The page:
Garden Designers’ Roundtable: Entropy

“Just as the constant increase in entropy is the basic law of the universe, so it is the basic law of life to be ever more highly structured and to struggle against entropy. “ – Vaclav Havel

I think this photo of my side yard illustrates Havel’s point pretty well:

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After I smothered the turf from my side yard (on the right) and began planting a slightly messy mix of shrubs, perennials and groundcovers, my neighbor promptly planted a soldier-straight row of crape myrtles and Japanese holly, butted right up against my plantings. Between the hollies there is a layer of mulch about ten inches thick, which he refreshes and fluffs regularly.

Clearly, my neighbor is trying to impose a bit of order where he perceives chaos.  In my opinion, he is merely uptight and unimaginative, but Havel might claim that he is only being human in his “struggle against entropy.”

I guess this is what living in the suburbs is all about, right?

After all, the suburbs are populated with people engaged in an epic struggle to create and maintain order in their lives and landscapes.  We fled the dirt, crime, and general mayhem of the cities, and now here we are out in the idyllic ‘burbs, with our very own green space!  But alas, the earth —  even when it’s carved into plots, fenced, and gated — has its own agenda.  Left to their own devices, the weeds seed, the saplings establish, the vines crawl.

So for years we have mown and clipped our way back to a sense of order and well-being.

Except maybe not so much anymore.

Not everyone.

I think there is a small but growing minority whose preferred landscape aesthetic has shifted a little away from “order” and nudged toward “chaos.”

I think some people have realized that inviting a little chaos into their yards is not only good for the critters, but pleasing to the eye and nourishing for the soul.  Perhaps, now that we are a couple of generations removed from those ancestors who struggled against nature to survive, we now feel an emptiness where that struggle once existed.  And now, from a place of safety, we yearn to invite some of the wildness back in.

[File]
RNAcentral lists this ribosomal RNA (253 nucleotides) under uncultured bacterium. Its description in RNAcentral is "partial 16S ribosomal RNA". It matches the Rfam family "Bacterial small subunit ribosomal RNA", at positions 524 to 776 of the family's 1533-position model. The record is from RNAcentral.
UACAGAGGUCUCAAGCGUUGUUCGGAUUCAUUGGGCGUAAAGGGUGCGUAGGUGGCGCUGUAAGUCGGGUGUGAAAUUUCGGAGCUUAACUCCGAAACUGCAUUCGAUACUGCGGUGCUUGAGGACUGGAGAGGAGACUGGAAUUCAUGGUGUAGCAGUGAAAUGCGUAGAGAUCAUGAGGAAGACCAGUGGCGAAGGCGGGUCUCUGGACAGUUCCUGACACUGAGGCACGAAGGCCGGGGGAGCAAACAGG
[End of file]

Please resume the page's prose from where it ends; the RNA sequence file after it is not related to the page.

The question is, how much wildness to invite in, and how to manage it?  We are only human after all; we will not thrive if we have kudzu clogging up our dryer vents. But surely we can we can embrace a bit more looseness, a bit more variety, and yes, even entropy out here in Suburbia without everyone freaking out all over the place.

“Designing for Entropy” may sound a bit paradoxical but I am hoping that is the wave of the future for landscape designers.  How to design a landscape that allows for a little neglect without looking like the Clampetts?

We are still in the early phases of this transformation, but I do believe that more and more people are realizing how beautiful a little “chaos” can look.

I am sure that everyone who passes these two houses is struck by the difference:

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I took a walk past these two houses yesterday.  The neighbor on the left was outside with his leafblower.  I could see the neighbor on the right through her big bay window.  She was eating a sandwich and looking outside, probably admiring the seedheads of her Miscanthus glowing in the afternoon sun.

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For more on Design Principles, check out the following links from my fellow Roundtablers:

Garden Designers’ Roundtable

Jocelyn Chilvers : The Art Garden : Denver, CO

David Cristiani : It’s A Dry Heat : Albuquerque, NM

Lesley Hegarty & Robert Webber : Hegarty Webber Partnership : Bristol, UK

Douglas Owens-Pike : Energyscapes : Minneapolis, MN

Susan Cohan : Miss Rumphius’ Rules : Chatham, NJ

Comments

  1. Barbara H. says:

    Happy to see you back! Hope the quilting was fun. Love the contrast between the yards.